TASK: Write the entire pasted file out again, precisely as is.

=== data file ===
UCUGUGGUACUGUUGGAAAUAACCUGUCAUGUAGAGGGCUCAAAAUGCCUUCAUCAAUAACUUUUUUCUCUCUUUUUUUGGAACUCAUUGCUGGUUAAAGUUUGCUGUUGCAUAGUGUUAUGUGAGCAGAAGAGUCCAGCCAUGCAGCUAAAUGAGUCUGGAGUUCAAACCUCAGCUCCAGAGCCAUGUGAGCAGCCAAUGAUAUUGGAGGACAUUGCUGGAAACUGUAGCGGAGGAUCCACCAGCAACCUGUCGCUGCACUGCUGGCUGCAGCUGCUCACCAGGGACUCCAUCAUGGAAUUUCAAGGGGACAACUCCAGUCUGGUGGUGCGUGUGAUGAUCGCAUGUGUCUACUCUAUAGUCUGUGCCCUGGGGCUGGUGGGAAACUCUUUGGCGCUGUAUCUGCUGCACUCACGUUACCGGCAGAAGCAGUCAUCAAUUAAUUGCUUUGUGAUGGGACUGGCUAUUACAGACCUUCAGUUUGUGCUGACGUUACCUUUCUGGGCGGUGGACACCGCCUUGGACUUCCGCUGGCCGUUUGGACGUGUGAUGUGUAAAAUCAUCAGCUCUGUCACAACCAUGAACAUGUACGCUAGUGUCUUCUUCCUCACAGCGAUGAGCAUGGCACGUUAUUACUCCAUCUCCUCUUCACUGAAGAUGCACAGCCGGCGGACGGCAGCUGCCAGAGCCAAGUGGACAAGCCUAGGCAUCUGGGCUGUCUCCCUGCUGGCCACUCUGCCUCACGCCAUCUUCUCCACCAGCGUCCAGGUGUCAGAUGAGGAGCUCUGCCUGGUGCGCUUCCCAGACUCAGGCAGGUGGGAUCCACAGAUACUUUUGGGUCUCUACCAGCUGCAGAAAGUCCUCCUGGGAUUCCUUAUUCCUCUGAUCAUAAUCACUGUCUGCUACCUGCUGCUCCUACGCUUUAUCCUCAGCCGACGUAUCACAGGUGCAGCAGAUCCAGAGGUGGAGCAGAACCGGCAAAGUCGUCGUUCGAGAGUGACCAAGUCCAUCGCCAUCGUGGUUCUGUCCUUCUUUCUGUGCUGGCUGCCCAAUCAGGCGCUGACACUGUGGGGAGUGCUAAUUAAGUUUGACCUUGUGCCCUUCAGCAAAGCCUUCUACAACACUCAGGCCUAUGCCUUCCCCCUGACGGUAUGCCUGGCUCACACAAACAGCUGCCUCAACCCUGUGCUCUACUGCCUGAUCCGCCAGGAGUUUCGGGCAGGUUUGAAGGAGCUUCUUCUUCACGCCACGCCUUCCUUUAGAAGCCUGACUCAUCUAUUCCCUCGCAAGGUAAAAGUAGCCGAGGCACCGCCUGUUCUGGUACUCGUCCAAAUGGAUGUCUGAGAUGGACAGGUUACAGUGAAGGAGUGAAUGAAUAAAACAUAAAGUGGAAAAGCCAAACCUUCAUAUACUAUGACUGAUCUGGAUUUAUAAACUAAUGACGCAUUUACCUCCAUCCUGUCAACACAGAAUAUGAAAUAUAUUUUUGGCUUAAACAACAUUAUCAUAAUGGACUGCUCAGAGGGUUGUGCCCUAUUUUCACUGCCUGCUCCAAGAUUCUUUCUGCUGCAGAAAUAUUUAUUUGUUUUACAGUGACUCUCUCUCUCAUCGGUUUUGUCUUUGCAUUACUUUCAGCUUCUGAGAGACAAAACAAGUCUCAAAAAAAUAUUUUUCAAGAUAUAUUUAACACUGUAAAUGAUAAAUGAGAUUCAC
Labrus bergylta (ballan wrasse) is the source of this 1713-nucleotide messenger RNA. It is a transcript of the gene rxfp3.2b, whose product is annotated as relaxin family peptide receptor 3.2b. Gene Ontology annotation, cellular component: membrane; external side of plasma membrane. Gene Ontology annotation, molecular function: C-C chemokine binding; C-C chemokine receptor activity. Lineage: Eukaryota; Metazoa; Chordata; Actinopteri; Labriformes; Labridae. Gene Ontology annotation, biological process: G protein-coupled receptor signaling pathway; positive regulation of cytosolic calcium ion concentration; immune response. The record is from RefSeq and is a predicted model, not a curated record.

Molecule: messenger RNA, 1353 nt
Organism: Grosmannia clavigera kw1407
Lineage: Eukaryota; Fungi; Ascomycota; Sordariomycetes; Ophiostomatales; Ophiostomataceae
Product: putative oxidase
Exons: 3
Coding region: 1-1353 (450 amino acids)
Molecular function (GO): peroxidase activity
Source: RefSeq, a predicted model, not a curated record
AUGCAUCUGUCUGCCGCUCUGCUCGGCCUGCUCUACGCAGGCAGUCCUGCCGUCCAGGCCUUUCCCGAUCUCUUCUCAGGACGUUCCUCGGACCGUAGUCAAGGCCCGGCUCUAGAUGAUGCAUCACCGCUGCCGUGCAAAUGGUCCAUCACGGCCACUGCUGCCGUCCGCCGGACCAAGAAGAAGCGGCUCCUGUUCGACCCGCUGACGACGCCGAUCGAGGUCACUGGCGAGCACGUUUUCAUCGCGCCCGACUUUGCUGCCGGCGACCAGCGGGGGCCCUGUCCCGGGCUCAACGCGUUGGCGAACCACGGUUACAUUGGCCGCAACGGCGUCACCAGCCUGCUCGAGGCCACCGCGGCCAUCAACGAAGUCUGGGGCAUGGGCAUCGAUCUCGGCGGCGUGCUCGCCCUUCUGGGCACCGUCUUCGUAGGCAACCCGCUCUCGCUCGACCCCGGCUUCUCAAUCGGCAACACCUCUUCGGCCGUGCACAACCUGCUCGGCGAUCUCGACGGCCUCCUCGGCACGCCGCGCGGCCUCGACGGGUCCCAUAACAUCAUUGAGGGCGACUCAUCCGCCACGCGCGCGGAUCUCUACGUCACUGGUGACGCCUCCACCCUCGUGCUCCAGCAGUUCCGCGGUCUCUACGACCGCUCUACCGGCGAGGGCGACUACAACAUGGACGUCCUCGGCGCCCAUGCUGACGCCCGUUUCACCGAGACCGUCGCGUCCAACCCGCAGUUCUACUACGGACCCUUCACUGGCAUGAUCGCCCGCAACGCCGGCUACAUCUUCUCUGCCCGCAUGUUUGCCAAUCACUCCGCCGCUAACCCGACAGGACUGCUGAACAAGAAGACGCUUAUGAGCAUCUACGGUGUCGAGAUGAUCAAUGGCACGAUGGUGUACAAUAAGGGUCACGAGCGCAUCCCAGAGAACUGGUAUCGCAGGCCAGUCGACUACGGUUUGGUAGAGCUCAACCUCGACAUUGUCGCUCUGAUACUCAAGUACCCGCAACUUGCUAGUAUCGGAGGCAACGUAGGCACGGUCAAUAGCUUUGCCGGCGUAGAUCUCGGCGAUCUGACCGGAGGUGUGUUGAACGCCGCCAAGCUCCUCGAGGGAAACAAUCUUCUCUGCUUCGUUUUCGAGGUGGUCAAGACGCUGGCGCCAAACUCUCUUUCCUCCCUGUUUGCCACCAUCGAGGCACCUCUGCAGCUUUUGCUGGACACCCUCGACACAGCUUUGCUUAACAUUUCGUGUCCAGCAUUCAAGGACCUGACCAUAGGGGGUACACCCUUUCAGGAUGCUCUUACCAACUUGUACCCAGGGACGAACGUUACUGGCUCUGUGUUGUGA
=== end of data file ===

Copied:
UCUGUGGUACUGUUGGAAAUAACCUGUCAUGUAGAGGGCUCAAAAUGCCUUCAUCAAUAACUUUUUUCUCUCUUUUUUUGGAACUCAUUGCUGGUUAAAGUUUGCUGUUGCAUAGUGUUAUGUGAGCAGAAGAGUCCAGCCAUGCAGCUAAAUGAGUCUGGAGUUCAAACCUCAGCUCCAGAGCCAUGUGAGCAGCCAAUGAUAUUGGAGGACAUUGCUGGAAACUGUAGCGGAGGAUCCACCAGCAACCUGUCGCUGCACUGCUGGCUGCAGCUGCUCACCAGGGACUCCAUCAUGGAAUUUCAAGGGGACAACUCCAGUCUGGUGGUGCGUGUGAUGAUCGCAUGUGUCUACUCUAUAGUCUGUGCCCUGGGGCUGGUGGGAAACUCUUUGGCGCUGUAUCUGCUGCACUCACGUUACCGGCAGAAGCAGUCAUCAAUUAAUUGCUUUGUGAUGGGACUGGCUAUUACAGACCUUCAGUUUGUGCUGACGUUACCUUUCUGGGCGGUGGACACCGCCUUGGACUUCCGCUGGCCGUUUGGACGUGUGAUGUGUAAAAUCAUCAGCUCUGUCACAACCAUGAACAUGUACGCUAGUGUCUUCUUCCUCACAGCGAUGAGCAUGGCACGUUAUUACUCCAUCUCCUCUUCACUGAAGAUGCACAGCCGGCGGACGGCAGCUGCCAGAGCCAAGUGGACAAGCCUAGGCAUCUGGGCUGUCUCCCUGCUGGCCACUCUGCCUCACGCCAUCUUCUCCACCAGCGUCCAGGUGUCAGAUGAGGAGCUCUGCCUGGUGCGCUUCCCAGACUCAGGCAGGUGGGAUCCACAGAUACUUUUGGGUCUCUACCAGCUGCAGAAAGUCCUCCUGGGAUUCCUUAUUCCUCUGAUCAUAAUCACUGUCUGCUACCUGCUGCUCCUACGCUUUAUCCUCAGCCGACGUAUCACAGGUGCAGCAGAUCCAGAGGUGGAGCAGAACCGGCAAAGUCGUCGUUCGAGAGUGACCAAGUCCAUCGCCAUCGUGGUUCUGUCCUUCUUUCUGUGCUGGCUGCCCAAUCAGGCGCUGACACUGUGGGGAGUGCUAAUUAAGUUUGACCUUGUGCCCUUCAGCAAAGCCUUCUACAACACUCAGGCCUAUGCCUUCCCCCUGACGGUAUGCCUGGCUCACACAAACAGCUGCCUCAACCCUGUGCUCUACUGCCUGAUCCGCCAGGAGUUUCGGGCAGGUUUGAAGGAGCUUCUUCUUCACGCCACGCCUUCCUUUAGAAGCCUGACUCAUCUAUUCCCUCGCAAGGUAAAAGUAGCCGAGGCACCGCCUGUUCUGGUACUCGUCCAAAUGGAUGUCUGAGAUGGACAGGUUACAGUGAAGGAGUGAAUGAAUAAAACAUAAAGUGGAAAAGCCAAACCUUCAUAUACUAUGACUGAUCUGGAUUUAUAAACUAAUGACGCAUUUACCUCCAUCCUGUCAACACAGAAUAUGAAAUAUAUUUUUGGCUUAAACAACAUUAUCAUAAUGGACUGCUCAGAGGGUUGUGCCCUAUUUUCACUGCCUGCUCCAAGAUUCUUUCUGCUGCAGAAAUAUUUAUUUGUUUUACAGUGACUCUCUCUCUCAUCGGUUUUGUCUUUGCAUUACUUUCAGCUUCUGAGAGACAAAACAAGUCUCAAAAAAAUAUUUUUCAAGAUAUAUUUAACACUGUAAAUGAUAAAUGAGAUUCAC
Labrus bergylta (ballan wrasse) is the source of this 1713-nucleotide messenger RNA. It is a transcript of the gene rxfp3.2b, whose product is annotated as relaxin family peptide receptor 3.2b. Gene Ontology annotation, cellular component: membrane; external side of plasma membrane. Gene Ontology annotation, molecular function: C-C chemokine binding; C-C chemokine receptor activity. Lineage: Eukaryota; Metazoa; Chordata; Actinopteri; Labriformes; Labridae. Gene Ontology annotation, biological process: G protein-coupled receptor signaling pathway; positive regulation of cytosolic calcium ion concentration; immune response. The record is from RefSeq and is a predicted model, not a curated record.

Molecule: messenger RNA, 1353 nt
Organism: Grosmannia clavigera kw1407
Lineage: Eukaryota; Fungi; Ascomycota; Sordariomycetes; Ophiostomatales; Ophiostomataceae
Product: putative oxidase
Exons: 3
Coding region: 1-1353 (450 amino acids)
Molecular function (GO): peroxidase activity
Source: RefSeq, a predicted model, not a curated record
AUGCAUCUGUCUGCCGCUCUGCUCGGCCUGCUCUACGCAGGCAGUCCUGCCGUCCAGGCCUUUCCCGAUCUCUUCUCAGGACGUUCCUCGGACCGUAGUCAAGGCCCGGCUCUAGAUGAUGCAUCACCGCUGCCGUGCAAAUGGUCCAUCACGGCCACUGCUGCCGUCCGCCGGACCAAGAAGAAGCGGCUCCUGUUCGACCCGCUGACGACGCCGAUCGAGGUCACUGGCGAGCACGUUUUCAUCGCGCCCGACUUUGCUGCCGGCGACCAGCGGGGGCCCUGUCCCGGGCUCAACGCGUUGGCGAACCACGGUUACAUUGGCCGCAACGGCGUCACCAGCCUGCUCGAGGCCACCGCGGCCAUCAACGAAGUCUGGGGCAUGGGCAUCGAUCUCGGCGGCGUGCUCGCCCUUCUGGGCACCGUCUUCGUAGGCAACCCGCUCUCGCUCGACCCCGGCUUCUCAAUCGGCAACACCUCUUCGGCCGUGCACAACCUGCUCGGCGAUCUCGACGGCCUCCUCGGCACGCCGCGCGGCCUCGACGGGUCCCAUAACAUCAUUGAGGGCGACUCAUCCGCCACGCGCGCGGAUCUCUACGUCACUGGUGACGCCUCCACCCUCGUGCUCCAGCAGUUCCGCGGUCUCUACGACCGCUCUACCGGCGAGGGCGACUACAACAUGGACGUCCUCGGCGCCCAUGCUGACGCCCGUUUCACCGAGACCGUCGCGUCCAACCCGCAGUUCUACUACGGACCCUUCACUGGCAUGAUCGCCCGCAACGCCGGCUACAUCUUCUCUGCCCGCAUGUUUGCCAAUCACUCCGCCGCUAACCCGACAGGACUGCUGAACAAGAAGACGCUUAUGAGCAUCUACGGUGUCGAGAUGAUCAAUGGCACGAUGGUGUACAAUAAGGGUCACGAGCGCAUCCCAGAGAACUGGUAUCGCAGGCCAGUCGACUACGGUUUGGUAGAGCUCAACCUCGACAUUGUCGCUCUGAUACUCAAGUACCCGCAACUUGCUAGUAUCGGAGGCAACGUAGGCACGGUCAAUAGCUUUGCCGGCGUAGAUCUCGGCGAUCUGACCGGAGGUGUGUUGAACGCCGCCAAGCUCCUCGAGGGAAACAAUCUUCUCUGCUUCGUUUUCGAGGUGGUCAAGACGCUGGCGCCAAACUCUCUUUCCUCCCUGUUUGCCACCAUCGAGGCACCUCUGCAGCUUUUGCUGGACACCCUCGACACAGCUUUGCUUAACAUUUCGUGUCCAGCAUUCAAGGACCUGACCAUAGGGGGUACACCCUUUCAGGAUGCUCUUACCAACUUGUACCCAGGGACGAACGUUACUGGCUCUGUGUUGUGA